Sunday, June 3rd, 2007
Third Birthday: Building a Cardboard Fort, Part 1
I previously wrote about plans to hold my daughter’s third birthday party in the dark, illuminated by glow-in-the-dark fun. Then I had a revelation, a vision, a picture in my head, a picture of this:
Two words appeared to me in a hail of glory: cardboard fort. It’s a party in a box. Literally. We could still do the glow-in-the-dark idea just by closing our window curtains. Forts are already pretty dark places. Forget my silly little idea of plastering the windows with aluminum foil.
Oh, but how to proceed?
Step 1: Acquire a bunch of unwanted refrigerator shipping boxes.
Step 2: Burn all of our furniture in a backyard bonfire to make room for the indoor fort.
Step 3: Construct a cardboard tunnel complete with its own rooms and alcoves running throughout our home, so massive it creates a gravity well that no toddler can escape.
Step 4: Fun.
Alas, dreams are not so easily brought to reality.
Step 1: Have Costco tell you it immediately breaks down and bales its cardboard. You can’t have fridge boxes or any type of box.
Step 2: Have Sears tell you it sells its baled fridge boxes. You can’t have them. What? You only want 30.
Step 3: Plead your case before independent appliance stores. Sorry, they de-box merchandise and dump or recycle on the spot. Get rejected in all but one case.
Step 4: Learn that the one case means a 30 mile round trip to look in a dumpster, only to realize on the third trip that exquisitely huge boxes get cut into six or more separate pieces before being thrown away. Walk out of earshot of your family and invent several new curse words.
Step 5. Covetously eye the giant circular cardboard bins that hold watermelons at the grocery store. Skip inquiring about them because you know the answer.
Step 6: Admit to yourself that your super-massive fort dream is dead.
Step 7: In a fit of depression, visit a garbage dump where people recycle their cardboard by throwing it onto a pile where a bulldozer eventually scoops it up for baling. See only small boxes.
Step 8: Launch a revised dream of a one-room freakishly hobbled-together Frankenstein fort.
Step 9: Request boxes from local folks on the Freecycle mailing list and Craigslist message boards. Acquire two garment boxes and a couple other boxes that might serve some as yet undetermined purpose.
Step 10: Acquire one refrigerator box from a friend who bought a fridge and let her two kids and their chums roll inside the box down a hill every day for a week. It’s seriously mangled and has, ummm, ventilation holes.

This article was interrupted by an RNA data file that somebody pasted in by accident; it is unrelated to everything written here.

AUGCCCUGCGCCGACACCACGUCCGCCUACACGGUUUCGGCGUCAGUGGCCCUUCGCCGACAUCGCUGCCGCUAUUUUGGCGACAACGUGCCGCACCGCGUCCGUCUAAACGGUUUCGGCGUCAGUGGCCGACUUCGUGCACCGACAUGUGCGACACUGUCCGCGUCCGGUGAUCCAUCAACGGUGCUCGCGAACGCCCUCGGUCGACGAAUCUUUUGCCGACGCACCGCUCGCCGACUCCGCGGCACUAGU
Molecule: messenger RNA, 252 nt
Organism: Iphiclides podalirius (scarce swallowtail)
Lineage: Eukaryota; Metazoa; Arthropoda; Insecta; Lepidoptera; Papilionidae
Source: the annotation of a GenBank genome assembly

Step 11: Recall that Avis Budget Group advertised on your blog twice in the past year. E-mail a pitch to Budget’s marketing representative about donating some wardrobe boxes (sold through Budget Truck Rental). You could pick the boxes up from a local franchise in exchange for a free lengthy advertising run on the blog and praise for being a mega corporation with a heart of gold.
Receive no reply. Update: Budget is sending wardrobe boxes after all… too late for the party, but not too late for fun! Look for a new fort article in the coming weeks.
Step 12: Broaden your search to include furniture stores, this time e-mailing store owners because you’ve already spent a fortune on gas. Get ignored some more.
Step 13: Have Gene Joyce, owner of Arcata Exchange Furniture on the Plaza, agree to give you boxes without batting an eye. Instead of tossing them in his recycling dumpster, he actually stores them in his warehouse and calls you on your cell when they become available. Oh, yes, you know he has kids of his own.
Step 14: Revise the Frankenstein fort idea yet again. Gene sells a lot of futons (you own two yourself). Wood furniture often ships disassembled in small boxes. Most of the boxes aren’t tunnel-worthy, but could be made into walls, maybe, somehow.
I’ve survived almost three years as a father. This should be easy by comparison. I own duct tape. The world is my oyster, right?
Follow this riveting tale sometime later this week in Part 2 of our continuing series: How to Drive Yourself Insane Planning a Party for a Three-Year-Old Who Won’t Remember Anything About Your Efforts Two Years from Now.